Lahore, 17 March 1996: “The Sri Lankan team swarm unto thepitch to share the joy of Arjuna Ranatunga and Aravinda de Silva after they completed a decisive victory  in the Final of the World Cup.”

Note umpire Steve Bucknor with a stump–is that a souvenir or the stump with audi-or camera cam?

h1

Sanga bowls us over

September 17, 2011

Peter Roebuck, in cricinfo,

Kumar Sangakkara counts among the most polished and prudent of batsmen. Nothing catches the eye about his work except its consistency and efficiency. Although he pulls and cuts efficiently and often, and uses his feet to spinners purposefully, and though he added 624 in an innings with Mahela Jayawardene once, there is something understated and underappreciated about his batting. Perhaps it is that he does not breathe fire, or not often, or withdraw into a cocoon or attack without mercy or resist obstinately or change tempo obviously or grit teeth anxiously or in any other way engage spectators and take them on the journey with him.

Rather, he gets on with the job in a determined, restrained and mostly amiable way. However, character is not to be confused with personality. It takes a lot of courage and commitment to maintain a high standard for a long period, to endure many upheavals and to be a regular in all forms of the game. He has out-stared many bowlers, survived many crises and always retained his educated equanimity. Not even the gunmen in Lahore could put him off his game. Afterwards he said that his country, too, had its troubles and that he would happily come back. Such men are born to bat at first wicket down.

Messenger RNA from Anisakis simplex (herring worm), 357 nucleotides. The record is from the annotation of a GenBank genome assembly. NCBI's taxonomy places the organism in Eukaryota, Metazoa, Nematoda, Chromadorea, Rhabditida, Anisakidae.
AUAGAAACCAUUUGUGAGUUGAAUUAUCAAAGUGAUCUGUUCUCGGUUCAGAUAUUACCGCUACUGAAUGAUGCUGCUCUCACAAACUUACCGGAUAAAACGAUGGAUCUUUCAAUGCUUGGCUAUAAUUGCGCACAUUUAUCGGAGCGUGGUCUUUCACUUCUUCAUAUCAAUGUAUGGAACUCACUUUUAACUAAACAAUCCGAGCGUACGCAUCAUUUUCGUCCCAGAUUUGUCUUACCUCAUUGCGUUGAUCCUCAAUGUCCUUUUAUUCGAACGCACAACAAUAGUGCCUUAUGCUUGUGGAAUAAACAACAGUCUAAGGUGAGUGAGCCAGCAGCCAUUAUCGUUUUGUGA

Sanga’s character exists not so much on the outside as within. It is not colour he seeks so much as conquest, not passion so much as purity. At times he resembles a businessman going about his duties – the focus on the bottom line, reckless risks disdained. He is professional as opposed to combative, trusting training more than instinct, research more than hunches. In a way it limited his captaincy – Jayawardene reads the game better because he has less faith in reason. Sanga’s focus is not so much upon the performance as on the task and the career. Cricket called him, challenged him, even though his head was full of literature, even though he had many safer alternatives. He had to make it work. His ruthlessness comes from this need to succeed. Read the rest of this entry ?

h1

Great Indian Innings of Iconic Character

September 17, 2011

Courtesy of http://www.sharegoodstuffs.com/2011/09/crickets-most-iconic-moments.html